Making A Shift: In this day and age, students are blessed with an infinite amount of information at their fingertips; the Internet, with its multiplicity, is able to connect us instantly to anything from entertainment to academia. With so much content, it is easy to allow oneself to get sucked into a few regular selections. The deeper I have gotten into college and the busier I become, I find myself wandering to sites like Netflix, Hulu, or Youtube less and spending more time on sites that will answer my academic questions. Having just had a finance exam this week, I spent much of my time prior to taking it on Investopedia.
Investopedia is one of the world’s leading sources of financial content on the web. Most of the content published on the site is focused on investing education and financial news. Since its start in 1999, it has been bought, owned, and sold by companies like Goldman Sachs and Forbes.
Today, more and more people are taking their learning into their own hands, using the internet to acquire and enrich their lives with new knowledge. Now, more than ever, the importance for sites to look professional, sound professional, and provide wanted information as concisely as possible is stressed by the needs of the fast paced individual.
Simplicity with Purpose: In a quickening world where no one has the time for a lengthy textbook or longwinded publication, it is information supplied with the most simplicity and reliability that people are drawn to. It is why short cartoons and memes have become ever so popular; people desire a quick, simple blurb of entertainment to feel momentarily satisfied before moving on to something else.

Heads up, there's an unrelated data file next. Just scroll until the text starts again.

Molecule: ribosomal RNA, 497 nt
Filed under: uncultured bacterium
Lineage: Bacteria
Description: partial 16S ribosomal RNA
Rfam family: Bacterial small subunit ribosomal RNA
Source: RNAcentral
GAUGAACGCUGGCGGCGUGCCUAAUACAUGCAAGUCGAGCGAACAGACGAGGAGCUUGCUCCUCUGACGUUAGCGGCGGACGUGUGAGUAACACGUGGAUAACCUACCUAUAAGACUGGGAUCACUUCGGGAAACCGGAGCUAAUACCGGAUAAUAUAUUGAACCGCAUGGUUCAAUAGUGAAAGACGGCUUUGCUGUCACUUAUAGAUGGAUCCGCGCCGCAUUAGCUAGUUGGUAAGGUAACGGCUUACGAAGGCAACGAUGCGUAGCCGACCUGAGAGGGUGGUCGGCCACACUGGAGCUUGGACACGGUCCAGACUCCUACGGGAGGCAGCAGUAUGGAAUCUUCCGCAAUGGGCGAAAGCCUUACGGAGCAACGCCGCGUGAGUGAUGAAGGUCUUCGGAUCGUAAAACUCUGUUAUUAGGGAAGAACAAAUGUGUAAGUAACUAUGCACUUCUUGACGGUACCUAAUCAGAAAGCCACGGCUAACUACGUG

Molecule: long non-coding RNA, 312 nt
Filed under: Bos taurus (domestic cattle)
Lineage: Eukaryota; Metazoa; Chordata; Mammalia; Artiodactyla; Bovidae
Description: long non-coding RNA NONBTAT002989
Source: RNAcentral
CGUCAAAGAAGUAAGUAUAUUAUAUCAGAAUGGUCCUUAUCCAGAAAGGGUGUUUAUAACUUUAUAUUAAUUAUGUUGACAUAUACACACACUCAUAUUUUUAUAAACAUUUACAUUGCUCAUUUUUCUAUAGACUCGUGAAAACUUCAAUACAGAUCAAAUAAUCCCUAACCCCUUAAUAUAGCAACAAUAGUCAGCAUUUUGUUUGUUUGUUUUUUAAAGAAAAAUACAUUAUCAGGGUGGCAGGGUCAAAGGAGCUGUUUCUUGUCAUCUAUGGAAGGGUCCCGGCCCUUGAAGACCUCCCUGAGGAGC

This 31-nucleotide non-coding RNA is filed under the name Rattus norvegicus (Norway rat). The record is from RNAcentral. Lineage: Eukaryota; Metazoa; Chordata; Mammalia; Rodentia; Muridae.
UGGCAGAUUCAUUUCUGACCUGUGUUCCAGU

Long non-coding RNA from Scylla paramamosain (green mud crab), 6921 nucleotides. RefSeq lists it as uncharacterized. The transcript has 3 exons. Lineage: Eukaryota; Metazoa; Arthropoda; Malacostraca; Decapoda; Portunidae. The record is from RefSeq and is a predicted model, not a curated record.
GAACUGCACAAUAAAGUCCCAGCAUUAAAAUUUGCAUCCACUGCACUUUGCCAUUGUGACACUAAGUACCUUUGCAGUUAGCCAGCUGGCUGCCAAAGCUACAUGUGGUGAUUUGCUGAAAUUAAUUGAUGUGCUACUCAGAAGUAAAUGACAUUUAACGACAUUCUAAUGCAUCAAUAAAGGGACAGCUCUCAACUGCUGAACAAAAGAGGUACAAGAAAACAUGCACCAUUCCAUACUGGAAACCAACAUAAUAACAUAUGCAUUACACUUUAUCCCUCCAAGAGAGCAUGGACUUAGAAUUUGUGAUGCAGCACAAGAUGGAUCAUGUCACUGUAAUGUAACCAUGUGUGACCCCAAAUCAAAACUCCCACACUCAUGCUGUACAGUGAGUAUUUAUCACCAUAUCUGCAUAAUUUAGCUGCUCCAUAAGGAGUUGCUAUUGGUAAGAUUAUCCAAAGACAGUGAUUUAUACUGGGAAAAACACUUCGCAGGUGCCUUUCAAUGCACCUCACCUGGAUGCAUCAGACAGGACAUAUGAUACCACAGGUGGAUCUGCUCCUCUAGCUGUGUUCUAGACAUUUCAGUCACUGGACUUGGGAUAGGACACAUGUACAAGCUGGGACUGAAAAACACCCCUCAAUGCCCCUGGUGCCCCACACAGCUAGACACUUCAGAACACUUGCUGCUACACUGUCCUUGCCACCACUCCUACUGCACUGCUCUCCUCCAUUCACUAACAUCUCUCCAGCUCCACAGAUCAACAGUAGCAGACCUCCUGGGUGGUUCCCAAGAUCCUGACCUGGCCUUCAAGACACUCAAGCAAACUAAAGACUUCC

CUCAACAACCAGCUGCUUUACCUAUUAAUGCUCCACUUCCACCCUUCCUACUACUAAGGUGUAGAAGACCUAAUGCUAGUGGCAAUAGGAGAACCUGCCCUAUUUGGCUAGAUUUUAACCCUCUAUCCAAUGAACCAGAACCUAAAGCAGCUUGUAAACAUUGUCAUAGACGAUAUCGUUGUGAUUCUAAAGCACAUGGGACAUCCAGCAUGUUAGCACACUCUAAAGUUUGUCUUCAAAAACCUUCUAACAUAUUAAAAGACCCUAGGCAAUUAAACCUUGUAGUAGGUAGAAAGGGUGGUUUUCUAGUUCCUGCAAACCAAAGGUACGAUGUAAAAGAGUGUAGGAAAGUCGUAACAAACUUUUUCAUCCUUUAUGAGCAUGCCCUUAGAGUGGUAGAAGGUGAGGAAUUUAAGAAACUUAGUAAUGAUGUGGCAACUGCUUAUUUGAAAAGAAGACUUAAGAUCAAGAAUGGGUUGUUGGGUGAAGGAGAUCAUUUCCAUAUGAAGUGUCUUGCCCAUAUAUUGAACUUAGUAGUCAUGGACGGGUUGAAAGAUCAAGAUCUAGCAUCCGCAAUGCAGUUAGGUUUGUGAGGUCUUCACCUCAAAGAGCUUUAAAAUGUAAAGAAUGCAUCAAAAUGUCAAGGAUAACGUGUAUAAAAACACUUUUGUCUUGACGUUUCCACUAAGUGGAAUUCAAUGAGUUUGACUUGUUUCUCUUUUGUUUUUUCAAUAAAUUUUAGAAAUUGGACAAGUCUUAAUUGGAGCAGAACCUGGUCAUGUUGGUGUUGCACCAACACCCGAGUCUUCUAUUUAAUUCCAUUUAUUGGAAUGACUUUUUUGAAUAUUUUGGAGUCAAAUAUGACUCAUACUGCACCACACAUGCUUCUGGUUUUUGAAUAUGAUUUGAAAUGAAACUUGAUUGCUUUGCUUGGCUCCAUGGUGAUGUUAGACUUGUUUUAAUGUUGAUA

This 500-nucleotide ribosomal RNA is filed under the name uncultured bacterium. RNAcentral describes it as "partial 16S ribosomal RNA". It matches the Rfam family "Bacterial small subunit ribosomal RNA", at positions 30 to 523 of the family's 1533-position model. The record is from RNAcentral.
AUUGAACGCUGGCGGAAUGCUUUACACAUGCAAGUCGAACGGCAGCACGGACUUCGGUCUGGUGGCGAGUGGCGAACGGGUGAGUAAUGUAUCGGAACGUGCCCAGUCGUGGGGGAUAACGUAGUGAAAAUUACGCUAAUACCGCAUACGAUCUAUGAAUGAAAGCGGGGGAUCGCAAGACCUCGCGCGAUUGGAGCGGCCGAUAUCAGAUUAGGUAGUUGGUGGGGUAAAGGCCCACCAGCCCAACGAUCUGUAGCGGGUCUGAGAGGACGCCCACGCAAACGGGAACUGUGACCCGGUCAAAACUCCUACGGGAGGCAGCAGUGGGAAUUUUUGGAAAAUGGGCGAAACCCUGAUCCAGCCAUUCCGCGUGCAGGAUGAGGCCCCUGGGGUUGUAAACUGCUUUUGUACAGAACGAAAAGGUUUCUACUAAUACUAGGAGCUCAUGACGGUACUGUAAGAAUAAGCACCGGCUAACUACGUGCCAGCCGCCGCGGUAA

Similarly, the fast paced, academically oriented individual is what sites like Investopedia capitalize on. Whenever one of my peers or I have a finance related query, one of the first sites that Google lists is Investopedia with a link to a page related to the desired information. Depending on the depth of the question, the content is either a brief definition or an extensive analysis of complex subject matter. Regardless of the length, it is always presented well organized, frequently with examples, and in terms that can be understood by most people, whether they have a financial background or not.
Navigability: However, an ever growing number of the general population is becoming increasingly dissatisfied with having to extend even the slightest bit more effort than they believe necessary in order to find what they want online. (Simply ask yourself when the last time you went past the first page of Google search results; many people won’t even look past the first four or five links.) It is this very need to be able to quickly locate desired information that many sites, including Investopedia, have added extra features to their sites like search bars and online databases for the convenience of their users.
Additionally there is an ever increasing trend of sites having a very “busy” home page, often with live and recent information, catering to people’s need for easy connection to the most relevant data and articles possible. In this way, Investopedia has joined many of its peers in the financial world by putting live images of common stock exchange data and its most recently published news articles, which follow the trends and interests of its most commonly served and enthusiastic users. There is a certain duality and contradiction of desiring simplicity while also seeking an extensive source of multiplicity.
The world is as ever changing as our preferences; as our preferences for seeking out information change, so too do the methods for providing it.